Early C19, residential accommodation over a ground floor shop, re-fronted in the mid-C19 in Italianate style. The C20 shop front is not of special interest.
Reason for Listing
30 Borough High Street, early C19 residential accommodation over separate commercial premises, re-fronted on one side in the mid C19 in Italianate style, is listed at Grade II for the following principal reasons: * Architectural interest: much early C19 brickwork and a number of sash windows survive, despite the mid-C19 Italianate re-fronting to Borough High Street; * Interiors: retains an almost complete good quality early C19 interior including a full-height geometrical staircase, doorcases and window shutters, cornices, dado rails, fireplaces and firegrates; * Plan form: its original plan form of commercial premises on the ground floor with separate residential accommodation on the upper floors - comprising two or three rooms on each floor, including interlinking reception rooms on the first floor, accessed by a full-height staircase at the south-west end - survives intact; * Group value: with 1B Southwark Street, with which it was historically linked and is still physically linked internally, and other adjoining buildings.
The c 1840 Tallis drawing of the west side of Borough High Street of c 1840 shows a property adjoining the narrow alley way now called Counter Court next door to the Georgian Town Hall (demolished c 1862) in the position of 30 Borough High Street. It is shown as a three storey and attic terraced property with two sash windows, bands between floors, an attic dormer and a shopfront on the ground floor. Census records show that No. 30 has been in residential use throughout its history.On the 1878 First Edition Ordnance Survey map the building on the site of No. 30 is shown linked to the property immediately to its north-west, now 1B Southwark Street. It is still shown linked to this property on the Third Edition Ordnance Survey map of 1916, and it is still (2014) linked internally.
Early C19, re-fronted in the mid-C19 in Italianate style. The C20 shopfront is not of special interest. MATERIALS: stock brick in Flemish bond, with stuccoed dressings on the east side only. Hipped slate roof overlaid with bitumen, with end brick chimneystacks.PLAN: a three-bay frontage with commercial premises on the ground floor and separate residential accommodation on the upper floors, comprising two or three rooms on each floor accessed by a full-height staircase at the south-west end.EXTERIOR: the east or entrance front has stuccoed bands between floors and the ground floor has a mid-C19 moulded fascia and north side entrance with pilasters, divided rectangular fanlight and double door with three fielded panels on each side. The shop front is of later C20 date. The first and second floors each have three sash windows with six-over-six panes with horns, and stuccoed architraves. The first floor windows are taller and additionally have moulded cornices and window cills. The third floor has smaller three-over-three sash windows. The north side has one early C19 multi-pane sash window on each of the upper floors lighting the staircase; that to the ground floor has been blocked. The south side adjoins no. 32 and is not visible. The west side is mainly obscured by 1B Southwark Street but there is a three-over-three sash window on the third floor.INTERIOR: the ground floor shop has no visible original fittings. The doorcase on the north side of the east front leads into a narrow passage with a geometrical full-height early C19 painted wooden staircase. This has a mahogany handrail, stick balusters with curved tread ends and a cast-iron partly twisted columnar newel post. Adjoining is an elliptical arch supported on brackets. The first floor, originally probably interlinking reception rooms, has a south-west corridor with a series of doorcases with four-panelled doors, and cornices decorated with three rosettes. The north-eastern room has a boxed in fireplace, a cornice and dado rail.The larger south-east room has a wooden fireplace with pilasters and cast-iron basket fire grate with rosettes, a moulded dado rail and a cornice, probably of anthemions, palmettes and ovolo moulding. The windows retain folding shutters.The second-floor north-east room has a wooden fireplace with paterae and reeded pilasters. The larger south-east room, probably the principal bedroom, has a fireplace with pilasters and a cast iron basket fire grate. A half-glazed door with marginal glazing leads to a smaller south-west room which has a smaller wooden fireplace with paterae and reeded pilasters. The windows retain folding shutters. The third floor north-east room has a four-panelled door with a moulded architrave. The smaller south-east room retains a three-over-three pane sash window without horns. A very narrow later staircase gives access on to the roof.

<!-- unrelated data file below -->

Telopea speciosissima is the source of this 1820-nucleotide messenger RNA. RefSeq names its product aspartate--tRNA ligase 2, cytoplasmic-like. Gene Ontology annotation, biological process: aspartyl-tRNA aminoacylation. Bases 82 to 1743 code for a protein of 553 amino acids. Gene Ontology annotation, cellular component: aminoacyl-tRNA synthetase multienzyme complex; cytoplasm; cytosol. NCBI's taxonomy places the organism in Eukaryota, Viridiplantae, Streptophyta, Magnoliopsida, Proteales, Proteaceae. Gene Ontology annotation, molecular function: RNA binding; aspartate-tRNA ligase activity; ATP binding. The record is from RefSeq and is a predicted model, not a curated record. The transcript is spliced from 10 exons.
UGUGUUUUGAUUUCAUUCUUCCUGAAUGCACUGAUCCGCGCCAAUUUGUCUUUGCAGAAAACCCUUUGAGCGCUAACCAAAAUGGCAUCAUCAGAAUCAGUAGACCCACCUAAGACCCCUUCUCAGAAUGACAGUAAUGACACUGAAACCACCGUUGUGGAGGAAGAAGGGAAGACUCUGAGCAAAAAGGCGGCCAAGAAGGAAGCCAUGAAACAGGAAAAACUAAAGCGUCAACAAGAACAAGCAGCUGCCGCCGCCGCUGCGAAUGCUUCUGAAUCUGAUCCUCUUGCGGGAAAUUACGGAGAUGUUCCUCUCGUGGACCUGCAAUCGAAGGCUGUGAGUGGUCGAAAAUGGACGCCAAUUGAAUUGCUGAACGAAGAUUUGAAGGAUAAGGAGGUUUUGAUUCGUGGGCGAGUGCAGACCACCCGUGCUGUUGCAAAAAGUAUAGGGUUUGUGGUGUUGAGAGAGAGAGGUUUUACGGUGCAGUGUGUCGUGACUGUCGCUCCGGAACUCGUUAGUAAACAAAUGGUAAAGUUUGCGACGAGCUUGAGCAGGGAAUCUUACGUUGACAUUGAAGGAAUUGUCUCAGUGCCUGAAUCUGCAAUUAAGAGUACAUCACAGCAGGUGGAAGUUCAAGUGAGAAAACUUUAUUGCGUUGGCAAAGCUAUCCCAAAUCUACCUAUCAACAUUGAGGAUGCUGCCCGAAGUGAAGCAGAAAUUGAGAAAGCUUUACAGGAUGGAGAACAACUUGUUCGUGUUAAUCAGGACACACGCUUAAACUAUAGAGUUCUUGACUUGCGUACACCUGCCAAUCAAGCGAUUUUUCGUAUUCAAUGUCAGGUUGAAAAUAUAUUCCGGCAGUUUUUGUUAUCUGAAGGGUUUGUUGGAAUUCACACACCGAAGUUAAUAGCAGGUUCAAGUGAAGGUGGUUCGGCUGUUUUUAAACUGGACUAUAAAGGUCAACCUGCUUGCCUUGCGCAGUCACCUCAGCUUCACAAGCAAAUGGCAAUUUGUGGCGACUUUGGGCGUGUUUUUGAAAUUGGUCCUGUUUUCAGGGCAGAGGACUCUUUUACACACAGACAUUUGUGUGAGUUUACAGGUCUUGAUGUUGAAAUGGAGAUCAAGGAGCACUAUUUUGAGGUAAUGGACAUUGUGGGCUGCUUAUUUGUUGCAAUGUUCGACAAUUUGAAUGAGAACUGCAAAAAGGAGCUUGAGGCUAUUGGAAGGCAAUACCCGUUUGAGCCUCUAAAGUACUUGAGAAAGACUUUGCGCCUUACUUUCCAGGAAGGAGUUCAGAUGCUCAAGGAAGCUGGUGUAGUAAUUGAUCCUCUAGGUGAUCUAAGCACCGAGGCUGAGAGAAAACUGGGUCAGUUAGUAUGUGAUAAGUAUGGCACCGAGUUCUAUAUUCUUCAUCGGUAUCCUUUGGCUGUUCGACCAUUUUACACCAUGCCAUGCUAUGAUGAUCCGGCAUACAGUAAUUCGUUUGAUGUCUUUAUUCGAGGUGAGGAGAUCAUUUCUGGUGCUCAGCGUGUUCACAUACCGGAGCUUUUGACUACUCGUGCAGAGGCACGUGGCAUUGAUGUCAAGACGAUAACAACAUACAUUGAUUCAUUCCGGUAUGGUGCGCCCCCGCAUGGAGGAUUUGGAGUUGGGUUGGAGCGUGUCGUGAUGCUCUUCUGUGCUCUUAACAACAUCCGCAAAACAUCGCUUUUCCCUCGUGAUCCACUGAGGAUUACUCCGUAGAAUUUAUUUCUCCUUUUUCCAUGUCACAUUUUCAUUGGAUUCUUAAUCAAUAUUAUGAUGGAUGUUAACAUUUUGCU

Books and journals
Godfrey, W H, Roberts, H, Survey of London: Volume 22: Bankside (the parishes of St Saviour and Christchurch Southwark), (1950), 27
National Grid Reference: TQ3261980128
Listed building text is © Crown Copyright. Reproduced under licence.